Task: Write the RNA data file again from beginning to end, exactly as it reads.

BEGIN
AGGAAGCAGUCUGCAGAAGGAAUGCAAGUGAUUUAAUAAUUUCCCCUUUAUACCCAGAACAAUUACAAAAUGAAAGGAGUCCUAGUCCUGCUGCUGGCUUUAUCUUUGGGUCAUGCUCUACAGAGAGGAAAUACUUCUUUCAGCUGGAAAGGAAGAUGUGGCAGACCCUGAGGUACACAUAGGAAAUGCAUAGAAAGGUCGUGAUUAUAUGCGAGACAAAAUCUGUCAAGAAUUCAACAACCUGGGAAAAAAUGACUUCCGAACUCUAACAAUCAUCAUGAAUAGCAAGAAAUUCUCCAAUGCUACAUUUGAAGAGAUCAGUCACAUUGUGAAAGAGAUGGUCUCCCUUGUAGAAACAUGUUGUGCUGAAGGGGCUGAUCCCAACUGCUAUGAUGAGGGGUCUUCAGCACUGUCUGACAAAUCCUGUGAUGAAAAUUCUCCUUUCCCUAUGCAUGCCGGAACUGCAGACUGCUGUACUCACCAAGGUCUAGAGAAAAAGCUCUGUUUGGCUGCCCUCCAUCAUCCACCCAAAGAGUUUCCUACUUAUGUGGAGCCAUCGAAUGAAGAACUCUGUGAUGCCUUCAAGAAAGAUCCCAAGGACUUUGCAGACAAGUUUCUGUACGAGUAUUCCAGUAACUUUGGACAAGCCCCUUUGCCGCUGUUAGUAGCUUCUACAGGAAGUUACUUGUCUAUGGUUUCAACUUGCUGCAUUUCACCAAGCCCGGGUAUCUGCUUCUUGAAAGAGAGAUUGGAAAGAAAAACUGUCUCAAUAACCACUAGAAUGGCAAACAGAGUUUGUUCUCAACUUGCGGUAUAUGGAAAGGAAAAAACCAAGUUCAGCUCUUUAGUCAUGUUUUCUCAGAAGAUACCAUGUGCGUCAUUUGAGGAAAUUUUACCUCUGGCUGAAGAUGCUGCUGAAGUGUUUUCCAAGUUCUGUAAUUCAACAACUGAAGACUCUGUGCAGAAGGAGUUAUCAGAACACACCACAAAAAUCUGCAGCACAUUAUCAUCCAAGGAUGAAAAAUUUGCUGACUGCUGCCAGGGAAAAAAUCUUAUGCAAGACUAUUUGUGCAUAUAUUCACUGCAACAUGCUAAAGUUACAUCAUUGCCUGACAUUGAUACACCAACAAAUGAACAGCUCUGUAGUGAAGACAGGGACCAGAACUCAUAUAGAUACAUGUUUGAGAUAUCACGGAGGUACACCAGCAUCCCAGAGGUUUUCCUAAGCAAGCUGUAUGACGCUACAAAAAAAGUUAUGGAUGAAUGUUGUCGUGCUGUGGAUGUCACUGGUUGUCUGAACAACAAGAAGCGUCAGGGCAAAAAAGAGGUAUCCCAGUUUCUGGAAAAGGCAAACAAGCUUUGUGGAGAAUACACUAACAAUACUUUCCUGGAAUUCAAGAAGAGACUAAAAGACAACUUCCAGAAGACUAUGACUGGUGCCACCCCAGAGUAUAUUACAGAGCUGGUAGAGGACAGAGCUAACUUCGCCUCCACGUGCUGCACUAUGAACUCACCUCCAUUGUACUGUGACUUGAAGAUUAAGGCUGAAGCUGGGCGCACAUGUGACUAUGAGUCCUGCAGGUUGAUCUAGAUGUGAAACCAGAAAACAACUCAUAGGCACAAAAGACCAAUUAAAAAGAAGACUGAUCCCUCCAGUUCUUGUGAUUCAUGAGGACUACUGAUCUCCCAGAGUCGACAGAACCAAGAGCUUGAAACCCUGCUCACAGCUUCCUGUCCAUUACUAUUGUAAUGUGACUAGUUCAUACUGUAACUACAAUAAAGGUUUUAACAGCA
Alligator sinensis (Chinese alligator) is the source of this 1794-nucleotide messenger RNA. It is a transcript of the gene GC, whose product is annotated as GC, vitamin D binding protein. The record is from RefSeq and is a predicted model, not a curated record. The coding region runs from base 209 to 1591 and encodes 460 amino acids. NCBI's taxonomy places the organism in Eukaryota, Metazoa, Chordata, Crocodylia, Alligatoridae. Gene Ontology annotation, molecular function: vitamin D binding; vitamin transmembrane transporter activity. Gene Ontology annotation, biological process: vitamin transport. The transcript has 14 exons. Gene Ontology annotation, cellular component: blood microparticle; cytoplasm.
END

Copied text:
AGGAAGCAGUCUGCAGAAGGAAUGCAAGUGAUUUAAUAAUUUCCCCUUUAUACCCAGAACAAUUACAAAAUGAAAGGAGUCCUAGUCCUGCUGCUGGCUUUAUCUUUGGGUCAUGCUCUACAGAGAGGAAAUACUUCUUUCAGCUGGAAAGGAAGAUGUGGCAGACCCUGAGGUACACAUAGGAAAUGCAUAGAAAGGUCGUGAUUAUAUGCGAGACAAAAUCUGUCAAGAAUUCAACAACCUGGGAAAAAAUGACUUCCGAACUCUAACAAUCAUCAUGAAUAGCAAGAAAUUCUCCAAUGCUACAUUUGAAGAGAUCAGUCACAUUGUGAAAGAGAUGGUCUCCCUUGUAGAAACAUGUUGUGCUGAAGGGGCUGAUCCCAACUGCUAUGAUGAGGGGUCUUCAGCACUGUCUGACAAAUCCUGUGAUGAAAAUUCUCCUUUCCCUAUGCAUGCCGGAACUGCAGACUGCUGUACUCACCAAGGUCUAGAGAAAAAGCUCUGUUUGGCUGCCCUCCAUCAUCCACCCAAAGAGUUUCCUACUUAUGUGGAGCCAUCGAAUGAAGAACUCUGUGAUGCCUUCAAGAAAGAUCCCAAGGACUUUGCAGACAAGUUUCUGUACGAGUAUUCCAGUAACUUUGGACAAGCCCCUUUGCCGCUGUUAGUAGCUUCUACAGGAAGUUACUUGUCUAUGGUUUCAACUUGCUGCAUUUCACCAAGCCCGGGUAUCUGCUUCUUGAAAGAGAGAUUGGAAAGAAAAACUGUCUCAAUAACCACUAGAAUGGCAAACAGAGUUUGUUCUCAACUUGCGGUAUAUGGAAAGGAAAAAACCAAGUUCAGCUCUUUAGUCAUGUUUUCUCAGAAGAUACCAUGUGCGUCAUUUGAGGAAAUUUUACCUCUGGCUGAAGAUGCUGCUGAAGUGUUUUCCAAGUUCUGUAAUUCAACAACUGAAGACUCUGUGCAGAAGGAGUUAUCAGAACACACCACAAAAAUCUGCAGCACAUUAUCAUCCAAGGAUGAAAAAUUUGCUGACUGCUGCCAGGGAAAAAAUCUUAUGCAAGACUAUUUGUGCAUAUAUUCACUGCAACAUGCUAAAGUUACAUCAUUGCCUGACAUUGAUACACCAACAAAUGAACAGCUCUGUAGUGAAGACAGGGACCAGAACUCAUAUAGAUACAUGUUUGAGAUAUCACGGAGGUACACCAGCAUCCCAGAGGUUUUCCUAAGCAAGCUGUAUGACGCUACAAAAAAAGUUAUGGAUGAAUGUUGUCGUGCUGUGGAUGUCACUGGUUGUCUGAACAACAAGAAGCGUCAGGGCAAAAAAGAGGUAUCCCAGUUUCUGGAAAAGGCAAACAAGCUUUGUGGAGAAUACACUAACAAUACUUUCCUGGAAUUCAAGAAGAGACUAAAAGACAACUUCCAGAAGACUAUGACUGGUGCCACCCCAGAGUAUAUUACAGAGCUGGUAGAGGACAGAGCUAACUUCGCCUCCACGUGCUGCACUAUGAACUCACCUCCAUUGUACUGUGACUUGAAGAUUAAGGCUGAAGCUGGGCGCACAUGUGACUAUGAGUCCUGCAGGUUGAUCUAGAUGUGAAACCAGAAAACAACUCAUAGGCACAAAAGACCAAUUAAAAAGAAGACUGAUCCCUCCAGUUCUUGUGAUUCAUGAGGACUACUGAUCUCCCAGAGUCGACAGAACCAAGAGCUUGAAACCCUGCUCACAGCUUCCUGUCCAUUACUAUUGUAAUGUGACUAGUUCAUACUGUAACUACAAUAAAGGUUUUAACAGCA
Alligator sinensis (Chinese alligator) is the source of this 1794-nucleotide messenger RNA. It is a transcript of the gene GC, whose product is annotated as GC, vitamin D binding protein. The record is from RefSeq and is a predicted model, not a curated record. The coding region runs from base 209 to 1591 and encodes 460 amino acids. NCBI's taxonomy places the organism in Eukaryota, Metazoa, Chordata, Crocodylia, Alligatoridae. Gene Ontology annotation, molecular function: vitamin D binding; vitamin transmembrane transporter activity. Gene Ontology annotation, biological process: vitamin transport. The transcript has 14 exons. Gene Ontology annotation, cellular component: blood microparticle; cytoplasm.